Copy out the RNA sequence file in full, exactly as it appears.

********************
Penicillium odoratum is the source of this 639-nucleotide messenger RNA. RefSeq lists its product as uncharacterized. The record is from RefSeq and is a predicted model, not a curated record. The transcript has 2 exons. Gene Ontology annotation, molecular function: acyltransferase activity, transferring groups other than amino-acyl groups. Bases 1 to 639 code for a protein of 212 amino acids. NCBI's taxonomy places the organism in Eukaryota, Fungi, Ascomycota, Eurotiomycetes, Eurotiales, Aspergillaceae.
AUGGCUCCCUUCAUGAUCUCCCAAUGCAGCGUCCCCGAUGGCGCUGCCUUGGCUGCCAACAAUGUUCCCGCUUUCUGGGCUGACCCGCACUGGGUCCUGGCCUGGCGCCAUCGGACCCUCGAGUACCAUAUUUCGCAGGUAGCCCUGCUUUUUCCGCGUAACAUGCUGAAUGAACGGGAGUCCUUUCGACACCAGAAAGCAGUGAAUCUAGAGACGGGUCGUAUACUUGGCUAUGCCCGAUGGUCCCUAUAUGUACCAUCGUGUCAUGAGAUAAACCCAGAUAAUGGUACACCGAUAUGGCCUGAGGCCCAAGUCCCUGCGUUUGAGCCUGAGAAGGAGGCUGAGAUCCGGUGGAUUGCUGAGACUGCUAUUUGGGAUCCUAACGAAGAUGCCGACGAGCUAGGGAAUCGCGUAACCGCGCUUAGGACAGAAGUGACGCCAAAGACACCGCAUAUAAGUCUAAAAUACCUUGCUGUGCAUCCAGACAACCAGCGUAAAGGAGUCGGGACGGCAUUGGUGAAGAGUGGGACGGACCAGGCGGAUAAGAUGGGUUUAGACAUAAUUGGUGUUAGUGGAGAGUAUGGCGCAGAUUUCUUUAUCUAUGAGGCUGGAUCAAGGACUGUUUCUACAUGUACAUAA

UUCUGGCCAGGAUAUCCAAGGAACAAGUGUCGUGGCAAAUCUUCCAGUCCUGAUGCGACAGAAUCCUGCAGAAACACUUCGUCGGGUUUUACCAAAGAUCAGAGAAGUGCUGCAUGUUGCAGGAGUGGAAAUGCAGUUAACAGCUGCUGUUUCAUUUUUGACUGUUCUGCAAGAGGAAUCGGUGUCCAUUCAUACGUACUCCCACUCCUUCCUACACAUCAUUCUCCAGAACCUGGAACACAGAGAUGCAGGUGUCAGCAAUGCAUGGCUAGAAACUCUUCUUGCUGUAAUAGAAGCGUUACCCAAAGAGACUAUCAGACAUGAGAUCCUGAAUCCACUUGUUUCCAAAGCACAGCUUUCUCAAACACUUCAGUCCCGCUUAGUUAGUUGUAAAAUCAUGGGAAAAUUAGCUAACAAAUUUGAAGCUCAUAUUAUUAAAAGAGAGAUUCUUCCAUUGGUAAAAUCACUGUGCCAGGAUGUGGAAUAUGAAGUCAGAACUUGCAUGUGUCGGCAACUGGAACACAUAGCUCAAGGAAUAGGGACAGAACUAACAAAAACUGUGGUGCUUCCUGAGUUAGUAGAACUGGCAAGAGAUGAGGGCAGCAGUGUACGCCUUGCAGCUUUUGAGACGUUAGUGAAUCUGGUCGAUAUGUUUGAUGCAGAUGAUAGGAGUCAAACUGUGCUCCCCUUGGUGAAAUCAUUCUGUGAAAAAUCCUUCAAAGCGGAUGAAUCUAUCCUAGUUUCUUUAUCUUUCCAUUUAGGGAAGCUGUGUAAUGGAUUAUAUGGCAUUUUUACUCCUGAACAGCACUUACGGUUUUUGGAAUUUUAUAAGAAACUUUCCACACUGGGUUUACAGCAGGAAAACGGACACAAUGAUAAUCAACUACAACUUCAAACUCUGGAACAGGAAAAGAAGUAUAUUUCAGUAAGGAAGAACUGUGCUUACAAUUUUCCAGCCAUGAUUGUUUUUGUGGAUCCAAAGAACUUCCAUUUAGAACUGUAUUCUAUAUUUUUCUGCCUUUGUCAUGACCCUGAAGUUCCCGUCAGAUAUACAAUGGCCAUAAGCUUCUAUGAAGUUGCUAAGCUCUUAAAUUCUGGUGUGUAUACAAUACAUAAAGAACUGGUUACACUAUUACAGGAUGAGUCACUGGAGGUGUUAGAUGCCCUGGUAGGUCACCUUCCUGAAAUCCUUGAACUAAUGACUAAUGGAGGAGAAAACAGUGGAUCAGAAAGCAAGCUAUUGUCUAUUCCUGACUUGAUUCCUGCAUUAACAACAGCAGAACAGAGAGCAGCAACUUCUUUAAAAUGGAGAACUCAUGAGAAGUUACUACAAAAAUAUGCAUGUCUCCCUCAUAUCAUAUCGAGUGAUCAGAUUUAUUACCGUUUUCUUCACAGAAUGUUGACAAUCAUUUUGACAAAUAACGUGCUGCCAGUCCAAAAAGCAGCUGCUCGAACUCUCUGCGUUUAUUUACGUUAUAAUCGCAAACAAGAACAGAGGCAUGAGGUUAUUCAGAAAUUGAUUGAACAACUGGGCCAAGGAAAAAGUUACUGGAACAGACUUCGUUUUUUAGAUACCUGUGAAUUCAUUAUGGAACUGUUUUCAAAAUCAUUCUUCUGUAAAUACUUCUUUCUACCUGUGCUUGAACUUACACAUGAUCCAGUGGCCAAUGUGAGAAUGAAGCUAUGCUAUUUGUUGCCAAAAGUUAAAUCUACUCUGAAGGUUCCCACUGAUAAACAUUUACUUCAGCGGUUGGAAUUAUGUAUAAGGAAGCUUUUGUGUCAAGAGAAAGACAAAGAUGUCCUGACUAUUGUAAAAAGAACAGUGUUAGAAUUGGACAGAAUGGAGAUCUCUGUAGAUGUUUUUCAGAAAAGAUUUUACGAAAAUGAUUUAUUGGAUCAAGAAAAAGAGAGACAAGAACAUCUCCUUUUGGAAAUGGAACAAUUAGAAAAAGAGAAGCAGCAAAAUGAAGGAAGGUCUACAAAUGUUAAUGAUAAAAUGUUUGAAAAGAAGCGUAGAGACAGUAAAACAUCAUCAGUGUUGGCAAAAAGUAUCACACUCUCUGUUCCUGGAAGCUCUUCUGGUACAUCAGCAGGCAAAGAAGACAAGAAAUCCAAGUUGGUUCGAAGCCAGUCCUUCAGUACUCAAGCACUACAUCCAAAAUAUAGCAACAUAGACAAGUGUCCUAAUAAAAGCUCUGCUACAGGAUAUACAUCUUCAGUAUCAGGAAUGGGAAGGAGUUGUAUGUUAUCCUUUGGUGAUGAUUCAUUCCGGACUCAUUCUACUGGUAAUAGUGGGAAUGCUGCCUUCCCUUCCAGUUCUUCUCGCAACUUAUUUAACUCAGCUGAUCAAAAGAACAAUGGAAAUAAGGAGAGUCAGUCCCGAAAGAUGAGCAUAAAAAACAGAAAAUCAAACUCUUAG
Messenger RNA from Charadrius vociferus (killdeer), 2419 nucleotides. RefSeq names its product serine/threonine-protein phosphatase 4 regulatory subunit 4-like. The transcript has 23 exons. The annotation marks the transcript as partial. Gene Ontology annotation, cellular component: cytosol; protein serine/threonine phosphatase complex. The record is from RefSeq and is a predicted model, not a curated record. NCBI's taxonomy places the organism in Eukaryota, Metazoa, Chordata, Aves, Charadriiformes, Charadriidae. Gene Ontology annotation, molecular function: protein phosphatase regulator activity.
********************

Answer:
Penicillium odoratum is the source of this 639-nucleotide messenger RNA. RefSeq lists its product as uncharacterized. The record is from RefSeq and is a predicted model, not a curated record. The transcript has 2 exons. Gene Ontology annotation, molecular function: acyltransferase activity, transferring groups other than amino-acyl groups. Bases 1 to 639 code for a protein of 212 amino acids. NCBI's taxonomy places the organism in Eukaryota, Fungi, Ascomycota, Eurotiomycetes, Eurotiales, Aspergillaceae.
AUGGCUCCCUUCAUGAUCUCCCAAUGCAGCGUCCCCGAUGGCGCUGCCUUGGCUGCCAACAAUGUUCCCGCUUUCUGGGCUGACCCGCACUGGGUCCUGGCCUGGCGCCAUCGGACCCUCGAGUACCAUAUUUCGCAGGUAGCCCUGCUUUUUCCGCGUAACAUGCUGAAUGAACGGGAGUCCUUUCGACACCAGAAAGCAGUGAAUCUAGAGACGGGUCGUAUACUUGGCUAUGCCCGAUGGUCCCUAUAUGUACCAUCGUGUCAUGAGAUAAACCCAGAUAAUGGUACACCGAUAUGGCCUGAGGCCCAAGUCCCUGCGUUUGAGCCUGAGAAGGAGGCUGAGAUCCGGUGGAUUGCUGAGACUGCUAUUUGGGAUCCUAACGAAGAUGCCGACGAGCUAGGGAAUCGCGUAACCGCGCUUAGGACAGAAGUGACGCCAAAGACACCGCAUAUAAGUCUAAAAUACCUUGCUGUGCAUCCAGACAACCAGCGUAAAGGAGUCGGGACGGCAUUGGUGAAGAGUGGGACGGACCAGGCGGAUAAGAUGGGUUUAGACAUAAUUGGUGUUAGUGGAGAGUAUGGCGCAGAUUUCUUUAUCUAUGAGGCUGGAUCAAGGACUGUUUCUACAUGUACAUAA

UUCUGGCCAGGAUAUCCAAGGAACAAGUGUCGUGGCAAAUCUUCCAGUCCUGAUGCGACAGAAUCCUGCAGAAACACUUCGUCGGGUUUUACCAAAGAUCAGAGAAGUGCUGCAUGUUGCAGGAGUGGAAAUGCAGUUAACAGCUGCUGUUUCAUUUUUGACUGUUCUGCAAGAGGAAUCGGUGUCCAUUCAUACGUACUCCCACUCCUUCCUACACAUCAUUCUCCAGAACCUGGAACACAGAGAUGCAGGUGUCAGCAAUGCAUGGCUAGAAACUCUUCUUGCUGUAAUAGAAGCGUUACCCAAAGAGACUAUCAGACAUGAGAUCCUGAAUCCACUUGUUUCCAAAGCACAGCUUUCUCAAACACUUCAGUCCCGCUUAGUUAGUUGUAAAAUCAUGGGAAAAUUAGCUAACAAAUUUGAAGCUCAUAUUAUUAAAAGAGAGAUUCUUCCAUUGGUAAAAUCACUGUGCCAGGAUGUGGAAUAUGAAGUCAGAACUUGCAUGUGUCGGCAACUGGAACACAUAGCUCAAGGAAUAGGGACAGAACUAACAAAAACUGUGGUGCUUCCUGAGUUAGUAGAACUGGCAAGAGAUGAGGGCAGCAGUGUACGCCUUGCAGCUUUUGAGACGUUAGUGAAUCUGGUCGAUAUGUUUGAUGCAGAUGAUAGGAGUCAAACUGUGCUCCCCUUGGUGAAAUCAUUCUGUGAAAAAUCCUUCAAAGCGGAUGAAUCUAUCCUAGUUUCUUUAUCUUUCCAUUUAGGGAAGCUGUGUAAUGGAUUAUAUGGCAUUUUUACUCCUGAACAGCACUUACGGUUUUUGGAAUUUUAUAAGAAACUUUCCACACUGGGUUUACAGCAGGAAAACGGACACAAUGAUAAUCAACUACAACUUCAAACUCUGGAACAGGAAAAGAAGUAUAUUUCAGUAAGGAAGAACUGUGCUUACAAUUUUCCAGCCAUGAUUGUUUUUGUGGAUCCAAAGAACUUCCAUUUAGAACUGUAUUCUAUAUUUUUCUGCCUUUGUCAUGACCCUGAAGUUCCCGUCAGAUAUACAAUGGCCAUAAGCUUCUAUGAAGUUGCUAAGCUCUUAAAUUCUGGUGUGUAUACAAUACAUAAAGAACUGGUUACACUAUUACAGGAUGAGUCACUGGAGGUGUUAGAUGCCCUGGUAGGUCACCUUCCUGAAAUCCUUGAACUAAUGACUAAUGGAGGAGAAAACAGUGGAUCAGAAAGCAAGCUAUUGUCUAUUCCUGACUUGAUUCCUGCAUUAACAACAGCAGAACAGAGAGCAGCAACUUCUUUAAAAUGGAGAACUCAUGAGAAGUUACUACAAAAAUAUGCAUGUCUCCCUCAUAUCAUAUCGAGUGAUCAGAUUUAUUACCGUUUUCUUCACAGAAUGUUGACAAUCAUUUUGACAAAUAACGUGCUGCCAGUCCAAAAAGCAGCUGCUCGAACUCUCUGCGUUUAUUUACGUUAUAAUCGCAAACAAGAACAGAGGCAUGAGGUUAUUCAGAAAUUGAUUGAACAACUGGGCCAAGGAAAAAGUUACUGGAACAGACUUCGUUUUUUAGAUACCUGUGAAUUCAUUAUGGAACUGUUUUCAAAAUCAUUCUUCUGUAAAUACUUCUUUCUACCUGUGCUUGAACUUACACAUGAUCCAGUGGCCAAUGUGAGAAUGAAGCUAUGCUAUUUGUUGCCAAAAGUUAAAUCUACUCUGAAGGUUCCCACUGAUAAACAUUUACUUCAGCGGUUGGAAUUAUGUAUAAGGAAGCUUUUGUGUCAAGAGAAAGACAAAGAUGUCCUGACUAUUGUAAAAAGAACAGUGUUAGAAUUGGACAGAAUGGAGAUCUCUGUAGAUGUUUUUCAGAAAAGAUUUUACGAAAAUGAUUUAUUGGAUCAAGAAAAAGAGAGACAAGAACAUCUCCUUUUGGAAAUGGAACAAUUAGAAAAAGAGAAGCAGCAAAAUGAAGGAAGGUCUACAAAUGUUAAUGAUAAAAUGUUUGAAAAGAAGCGUAGAGACAGUAAAACAUCAUCAGUGUUGGCAAAAAGUAUCACACUCUCUGUUCCUGGAAGCUCUUCUGGUACAUCAGCAGGCAAAGAAGACAAGAAAUCCAAGUUGGUUCGAAGCCAGUCCUUCAGUACUCAAGCACUACAUCCAAAAUAUAGCAACAUAGACAAGUGUCCUAAUAAAAGCUCUGCUACAGGAUAUACAUCUUCAGUAUCAGGAAUGGGAAGGAGUUGUAUGUUAUCCUUUGGUGAUGAUUCAUUCCGGACUCAUUCUACUGGUAAUAGUGGGAAUGCUGCCUUCCCUUCCAGUUCUUCUCGCAACUUAUUUAACUCAGCUGAUCAAAAGAACAAUGGAAAUAAGGAGAGUCAGUCCCGAAAGAUGAGCAUAAAAAACAGAAAAUCAAACUCUUAG
Messenger RNA from Charadrius vociferus (killdeer), 2419 nucleotides. RefSeq names its product serine/threonine-protein phosphatase 4 regulatory subunit 4-like. The transcript has 23 exons. The annotation marks the transcript as partial. Gene Ontology annotation, cellular component: cytosol; protein serine/threonine phosphatase complex. The record is from RefSeq and is a predicted model, not a curated record. NCBI's taxonomy places the organism in Eukaryota, Metazoa, Chordata, Aves, Charadriiformes, Charadriidae. Gene Ontology annotation, molecular function: protein phosphatase regulator activity.